MILWAUKEE — Breaking news: Josh Hader is human.
The previously untouchable Brewers closer, having already set one Major League record this season and needing just one more scoreless outing for another, instead surrendered solo homers to two of the first three batters he faced in the ninth inning of a 3-2 loss to the Phillies on Tuesday night at American Family Field.
“It’s baseball. It will keep you honest,” Hader said. “We just have to keep moving on.”
“Somebody’s got to get him at some point, right? Why not us, I guess,” said Phillies third baseman Alec Bohm, who was the author of one of the two homers hit off Hader. “Nobody is perfect in this game”
All true. But just how shocking was this outcome?
Consider all of the circumstances in and around that top of the ninth:
• Hader took the mound with a 2-1 lead and a virtually unblemished record in 2022. He’d allowed zero runs and no inherited runners to score in 19 outings spanning 17 2/3 innings. Opposing hitters were 4-for-58 (.069) with 28 strikeouts. Hader had not allowed multiple hits in any outing this year.
• Hader had converted 32 consecutive regular-season saves, including 18-for-18 this season. He notched a save in each of his first 18 appearances, an all-time record.
• Freddie Freeman homered off Hader in last year’s National League Division Series to send the Brewers home, but Hader hadn’t allowed a regular-season home run since July 28, 2021 — which was also the last time he’d allowed a regular-season run. When he finished a 40th consecutive scoreless appearance in Sunday’s loss to the Padres, Hader tied Houston’s Ryan Pressly (2018-19) for the longest streak of scoreless regular season outings in Major League history.
• Hader had not allowed multiple home runs in an outing for even longer — much longer. That had last happened on Sept. 12, 2020, against the Cubs, 86 regular season appearances ago.
• The two hitters who got him Tuesday were not necessarily the top threats to slug. Bohm had no extra-base hits in his last 55 plate appearances. Matt Vierling had no home runs in 54 Major League plate appearances this season.
Then baseball happened. Bohm led off the ninth and hit Hader’s third pitch, a fastball above the zone, for a 426-foot, game-tying home run. Two batters later, Vierling gave the visitors their first lead when he hit a slider down in the zone for another home run.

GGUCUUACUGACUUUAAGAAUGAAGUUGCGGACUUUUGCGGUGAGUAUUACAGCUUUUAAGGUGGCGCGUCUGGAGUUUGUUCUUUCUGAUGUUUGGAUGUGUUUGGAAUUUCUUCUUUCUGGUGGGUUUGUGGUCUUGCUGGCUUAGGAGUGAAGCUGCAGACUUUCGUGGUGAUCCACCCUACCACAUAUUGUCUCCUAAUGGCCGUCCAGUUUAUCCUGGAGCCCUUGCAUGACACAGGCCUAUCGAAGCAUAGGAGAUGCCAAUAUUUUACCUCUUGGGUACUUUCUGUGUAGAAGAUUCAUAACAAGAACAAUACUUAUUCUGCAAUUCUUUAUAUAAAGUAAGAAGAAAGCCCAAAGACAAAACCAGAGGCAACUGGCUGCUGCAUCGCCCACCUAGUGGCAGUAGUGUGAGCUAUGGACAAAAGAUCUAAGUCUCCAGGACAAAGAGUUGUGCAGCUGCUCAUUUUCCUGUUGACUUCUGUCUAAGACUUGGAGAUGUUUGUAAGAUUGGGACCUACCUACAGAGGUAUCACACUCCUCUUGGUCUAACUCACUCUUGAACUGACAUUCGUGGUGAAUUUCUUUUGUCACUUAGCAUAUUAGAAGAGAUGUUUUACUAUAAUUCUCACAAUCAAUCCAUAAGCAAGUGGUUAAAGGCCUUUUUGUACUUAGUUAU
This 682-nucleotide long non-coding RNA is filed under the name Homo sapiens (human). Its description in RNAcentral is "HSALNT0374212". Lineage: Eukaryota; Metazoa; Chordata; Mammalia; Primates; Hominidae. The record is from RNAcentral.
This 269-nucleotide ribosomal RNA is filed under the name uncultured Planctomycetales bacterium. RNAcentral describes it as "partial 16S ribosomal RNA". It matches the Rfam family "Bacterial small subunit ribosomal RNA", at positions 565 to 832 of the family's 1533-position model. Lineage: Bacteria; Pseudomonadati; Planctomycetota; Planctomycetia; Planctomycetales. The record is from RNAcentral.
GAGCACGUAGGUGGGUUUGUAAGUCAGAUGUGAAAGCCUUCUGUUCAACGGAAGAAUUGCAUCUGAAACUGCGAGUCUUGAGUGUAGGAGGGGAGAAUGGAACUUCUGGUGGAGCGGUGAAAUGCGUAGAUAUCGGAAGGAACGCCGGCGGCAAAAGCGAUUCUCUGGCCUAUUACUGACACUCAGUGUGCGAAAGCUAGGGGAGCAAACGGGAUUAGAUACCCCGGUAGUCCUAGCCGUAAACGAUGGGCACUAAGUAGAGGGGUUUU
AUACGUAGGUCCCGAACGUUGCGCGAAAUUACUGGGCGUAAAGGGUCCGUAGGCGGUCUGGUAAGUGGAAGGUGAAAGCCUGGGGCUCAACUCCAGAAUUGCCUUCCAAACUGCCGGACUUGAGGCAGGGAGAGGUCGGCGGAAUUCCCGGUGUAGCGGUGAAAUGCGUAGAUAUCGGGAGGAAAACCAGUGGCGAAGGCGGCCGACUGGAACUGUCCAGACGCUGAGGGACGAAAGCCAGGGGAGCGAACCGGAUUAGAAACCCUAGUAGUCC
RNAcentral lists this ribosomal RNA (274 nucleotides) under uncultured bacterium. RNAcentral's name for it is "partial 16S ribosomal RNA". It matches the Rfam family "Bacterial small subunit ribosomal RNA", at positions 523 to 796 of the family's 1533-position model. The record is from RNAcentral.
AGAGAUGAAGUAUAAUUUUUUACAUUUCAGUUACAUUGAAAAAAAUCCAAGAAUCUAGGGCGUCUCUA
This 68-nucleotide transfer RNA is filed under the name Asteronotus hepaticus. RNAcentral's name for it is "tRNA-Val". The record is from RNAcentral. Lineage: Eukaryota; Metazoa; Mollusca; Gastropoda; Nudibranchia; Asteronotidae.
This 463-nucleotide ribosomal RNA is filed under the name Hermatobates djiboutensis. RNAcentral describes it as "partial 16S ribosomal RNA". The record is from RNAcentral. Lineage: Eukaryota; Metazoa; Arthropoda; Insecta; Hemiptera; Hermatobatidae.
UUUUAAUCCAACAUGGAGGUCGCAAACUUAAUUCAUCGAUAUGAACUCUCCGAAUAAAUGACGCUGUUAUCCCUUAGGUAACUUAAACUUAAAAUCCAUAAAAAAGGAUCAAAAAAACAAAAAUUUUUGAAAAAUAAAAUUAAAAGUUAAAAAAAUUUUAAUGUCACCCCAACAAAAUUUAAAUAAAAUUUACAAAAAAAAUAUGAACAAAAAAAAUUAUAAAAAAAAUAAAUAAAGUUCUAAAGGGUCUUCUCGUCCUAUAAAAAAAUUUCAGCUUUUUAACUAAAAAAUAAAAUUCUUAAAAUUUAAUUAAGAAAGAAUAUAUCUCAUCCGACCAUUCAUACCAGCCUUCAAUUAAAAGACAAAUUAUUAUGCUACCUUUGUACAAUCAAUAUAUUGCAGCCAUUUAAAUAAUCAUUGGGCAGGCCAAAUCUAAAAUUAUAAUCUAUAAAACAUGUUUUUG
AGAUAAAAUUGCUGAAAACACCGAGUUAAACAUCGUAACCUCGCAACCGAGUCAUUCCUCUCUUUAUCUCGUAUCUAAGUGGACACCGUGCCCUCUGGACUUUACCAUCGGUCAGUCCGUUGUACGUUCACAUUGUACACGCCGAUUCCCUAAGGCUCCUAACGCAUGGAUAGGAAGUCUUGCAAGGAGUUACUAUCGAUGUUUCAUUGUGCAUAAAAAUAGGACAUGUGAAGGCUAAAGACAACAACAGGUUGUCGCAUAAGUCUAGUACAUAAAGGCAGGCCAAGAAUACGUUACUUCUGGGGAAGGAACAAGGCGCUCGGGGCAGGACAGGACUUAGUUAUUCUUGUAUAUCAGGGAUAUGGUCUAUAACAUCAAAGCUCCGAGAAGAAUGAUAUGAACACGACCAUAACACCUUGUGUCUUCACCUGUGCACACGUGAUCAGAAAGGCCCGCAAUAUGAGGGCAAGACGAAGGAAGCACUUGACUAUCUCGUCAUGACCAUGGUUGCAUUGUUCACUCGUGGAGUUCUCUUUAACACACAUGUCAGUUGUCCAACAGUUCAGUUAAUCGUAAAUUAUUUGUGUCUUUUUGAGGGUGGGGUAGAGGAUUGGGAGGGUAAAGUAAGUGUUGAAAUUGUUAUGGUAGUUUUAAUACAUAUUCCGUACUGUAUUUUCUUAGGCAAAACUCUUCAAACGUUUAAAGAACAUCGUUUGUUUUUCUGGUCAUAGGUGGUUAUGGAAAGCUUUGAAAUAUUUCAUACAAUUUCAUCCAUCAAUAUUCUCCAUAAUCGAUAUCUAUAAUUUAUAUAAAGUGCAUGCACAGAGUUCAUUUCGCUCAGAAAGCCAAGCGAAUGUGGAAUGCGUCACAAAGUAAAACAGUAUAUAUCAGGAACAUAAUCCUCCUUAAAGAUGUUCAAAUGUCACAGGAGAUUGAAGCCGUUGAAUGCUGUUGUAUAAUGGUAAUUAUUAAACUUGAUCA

“The fastball definitely wasn’t [where he wanted it],” Hader said. “It was up, I was trying to go down. He’s a good high hitter. That’s the way he does his damage, so I definitely wasn’t trying to go there.”
“You talk about the best closers in the game,” Bohm said. “He’s, obviously, at the top of the conversation, but that’s not any reason to go up there thinking that you’re already out. Just going up there — knowing that he’s got good stuff and everything like that — I’ve just got to get the barrel to one pitch.”
“The Vierling one is a little more confusing but give him credit, he hit a pitch,” manager Craig Counsell said.
Hader figures that Vierling guessed a pitch and guessed right.
“He moved up in the box a little bit, is what I could see,” Hader explained. “And then he got the head [of the bat] out. It wasn’t a putaway pitch. They definitely got to me today.”
Hader spoke to reporters about 45 minutes after the final out, but his night was not over. He said he planned to review video of his outing in an effort to revisit his plan for each hitter and see where he executed and where he didn’t.
It’s the same routine after a successful outing.
“We all fail in this game,” Hader said. “Sometimes they’re bigger than others. Sometimes my failures can be missing [one] pitch. That comes with the game, comes with the territory.”
“Unfortunately,” Counsell said, “we could only give him a one-run lead going into that inning, so we paid the price for it. He’s been so good, so it’s surprising. But you know at some point, it’s going to happen.”
The Brewers nearly let Hader off the hook in the bottom of the ninth. Andrew McCutchen, Victor Caratini and Jace Peterson all walked during a long rally against Phillies reliever Corey Knebel, but Hunter Renfroe said he hit his fly out to center field off the end of the bat, Rowdy Tellez said he barreled his fly out to center field, but hit it too high, and Pablo Reyes struck out on three pitches with the bases loaded to end the game.
The Brewers lost their fourth straight game and their sixth overall in seven games. Only a ninth-inning rally against the Padres in the opener of this homestand saved them from a longer losing streak.
“There’s a lot of key pieces we’re missing, but there’s nothing we can do about it,” Hader said. “It’s nothing we can control. As long as we focus on what we can control and try to move forward and think about the little things in each game and each inning. If we can win each inning, that’s a plus. Keep moving on with that.”